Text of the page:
Nimiq’s vision is to combine Nimiq OASIS with a multi-cryptocurrency checkout and a fiat atomic swap liquidity providing entity to solve the merchant roundtrip problem in a non-custodial fashion. This means that a customer can pay in cryptocurrency and a merchant can receive fiat without having to trust a crypto payment processor. In fact, the solution cuts out the need for crypto payment processors entirely.

This complete, scalable, multi-cryptocurrency and low-cost solution aims to solve the merchant pain points of accepting and could play a vital role in the near future to widen the merchant adoption of crypto in developed markets like Sweden.

The Argument For Crypto Adoption In Emerging Countries

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Some in the cryptocurrency community believe that there is actually very little need to adopt crypto in developed countries. The reason is that people living in these types of countries enjoy relative stable national currencies which, on the whole, work just fine as a medium of exchange and a store of value. However, there are countries in the world with poor payment infrastructure, oppressive capital controls, high numbers of unbanked people and hyperinflation. It is argued that these types of attributes create an environment where cryptocurrency is actually needed to act as an alternative to government mismanagement of the economy or to bank those excluded from the traditional financial system. Many people like to make the simple argument that where cryptocurrency is actually needed, it will be adopted.

Dash In Colombia

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Image source: https://dashnews.org/wp-content/uploads/2018/08/dash-colombia.jpg

Dash is one of the most popular cryptocurrencies and has certainly taken the lead when it comes to targetting and committing resources to the adoption of crypto in emerging markets. In 2018, the project ramped up efforts in Colombia and successfully onboard over 300 merchants and reportedly increased wallet numbers by 25%.

George Donnelly, the Dash coordinator in Colombia, has spoken about how many of these new Dash merchants had never heard of cryptocurrency before and how Dash is the only crypto they have heard of due to the team’s efforts in the region. He went on to say:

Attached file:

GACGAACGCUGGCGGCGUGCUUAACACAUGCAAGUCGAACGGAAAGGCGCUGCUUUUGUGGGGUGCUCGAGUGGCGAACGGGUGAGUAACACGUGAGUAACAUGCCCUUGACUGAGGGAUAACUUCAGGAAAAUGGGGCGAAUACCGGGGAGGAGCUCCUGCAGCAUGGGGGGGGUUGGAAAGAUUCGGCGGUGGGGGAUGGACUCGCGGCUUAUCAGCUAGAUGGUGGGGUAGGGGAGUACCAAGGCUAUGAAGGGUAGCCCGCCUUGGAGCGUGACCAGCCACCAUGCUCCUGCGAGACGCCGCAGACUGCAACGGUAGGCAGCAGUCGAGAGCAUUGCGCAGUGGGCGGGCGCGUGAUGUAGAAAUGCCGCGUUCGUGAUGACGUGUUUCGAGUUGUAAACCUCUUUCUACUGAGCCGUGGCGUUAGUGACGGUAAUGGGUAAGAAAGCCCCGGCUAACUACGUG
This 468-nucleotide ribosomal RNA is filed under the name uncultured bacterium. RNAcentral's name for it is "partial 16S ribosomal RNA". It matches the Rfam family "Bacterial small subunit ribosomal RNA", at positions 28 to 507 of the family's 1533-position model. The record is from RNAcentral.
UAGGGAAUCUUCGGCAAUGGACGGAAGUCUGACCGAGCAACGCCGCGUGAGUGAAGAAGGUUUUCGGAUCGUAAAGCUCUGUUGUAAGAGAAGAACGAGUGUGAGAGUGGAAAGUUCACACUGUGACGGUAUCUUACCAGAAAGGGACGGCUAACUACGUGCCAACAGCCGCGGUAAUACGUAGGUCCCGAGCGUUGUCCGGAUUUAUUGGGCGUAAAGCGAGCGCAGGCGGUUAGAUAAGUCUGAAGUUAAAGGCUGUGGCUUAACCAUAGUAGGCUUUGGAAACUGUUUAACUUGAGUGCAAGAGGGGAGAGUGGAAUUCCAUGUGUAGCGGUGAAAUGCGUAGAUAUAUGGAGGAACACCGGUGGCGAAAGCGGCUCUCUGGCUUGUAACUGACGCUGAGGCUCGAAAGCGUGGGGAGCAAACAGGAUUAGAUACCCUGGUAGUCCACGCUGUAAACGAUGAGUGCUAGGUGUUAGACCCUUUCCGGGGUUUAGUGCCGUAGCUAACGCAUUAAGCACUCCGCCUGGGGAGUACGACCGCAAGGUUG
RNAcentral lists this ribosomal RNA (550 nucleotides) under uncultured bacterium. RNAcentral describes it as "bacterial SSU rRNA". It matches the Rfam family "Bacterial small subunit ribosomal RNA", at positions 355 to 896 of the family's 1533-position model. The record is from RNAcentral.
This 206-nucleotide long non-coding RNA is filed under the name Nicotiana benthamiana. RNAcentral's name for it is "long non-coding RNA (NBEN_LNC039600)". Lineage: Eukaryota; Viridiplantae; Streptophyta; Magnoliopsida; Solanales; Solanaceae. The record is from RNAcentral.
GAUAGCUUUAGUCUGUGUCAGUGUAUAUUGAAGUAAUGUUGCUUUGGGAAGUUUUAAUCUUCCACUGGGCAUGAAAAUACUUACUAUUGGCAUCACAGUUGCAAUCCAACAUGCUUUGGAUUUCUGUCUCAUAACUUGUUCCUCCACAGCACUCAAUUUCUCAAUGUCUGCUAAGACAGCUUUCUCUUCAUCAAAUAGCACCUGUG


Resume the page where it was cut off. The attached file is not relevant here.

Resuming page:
“The developing world is virgin territory for cryptocurrency. By committing to a developing-world strategy, Dash can dominate the regions where crypto is most apt to take hold first.”

Mr. Donnelly also commented on how many of Dash’s Colombian merchants were restaurants and that he believed this was due to the industry being more open to change. He did go on to say that merchant adoption was lagging in businesses with low-profit margins because they could not handle the volatility of crypto prices. The interesting thing here is that if Mr. Donnelly is to be believed that Nimiq’s merchant solution could add significant value to the merchant adoption of crypto in an emerging market setting as well.

Dash And Venezuelan Adoption

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Image source: https://dashnews.org/wp-content/uploads/2017/08/Venezuela-dash-digital-cash.jpg

Venezuela could be the most likely country in the developing world to adopt cryptocurrency due to its poor payment infrastructure, capital controls, high numbers of unbanked people and the highest hyperinflation on the planet. Indeed, rampant inflation is so bad that cash is now almost unusable for regular transactions.

Despite the dangers, Dash has forged ahead with adoption efforts in the country and has successfully onboarded over 2,200 merchants. Indeed, Dash claims that their coin is the most widely used cryptocurrency for daily transaction in the country.

Although Dash has mainly been focused on promoting their own coin in developing markets like Venezuela and Colombia, they have also pioneered in the area of charity too. Dash Text was tested in a school in Venezuela with the aim of ensuring that children in the school had the ability to eat breakfast. Donators anywhere in the world could send $1 a day using this distributed charity system where donations were split equally amongst the target recipients. Dash selected the fifty most food insecure children to participate in the scheme and taught the employee in the cafeteria how to accept Dash payments.

It must be stressed that although Dash has made outstanding progress in terms of emerging market adoption of cryptocurrency, even their current efforts fall way short of what anyone can regard as mass adoption. However, it must be said that the Dash team have made a fantastic start in spreading adoption and have ventured into countries where few crypto projects are willing to go.

Conclusion

The debate surrounding where cryptocurrency is most likely to be adopted first is likely to rage until we actually see the first country adopt crypto at scale. There are compelling arguments for both developed and developing nations. However, what’s particularly interesting are the different strategies that projects like Nimiq and Dash are pursuing to encourage adoption. Which country or crypto adoption method will succeed? We’ll let you decide.

Disclaimer: The author holds some NIM in their portfolio and is compensated in a long-term independent consulting capacity by Nimiq. This article must not be construed as investment advice. Always do your own research.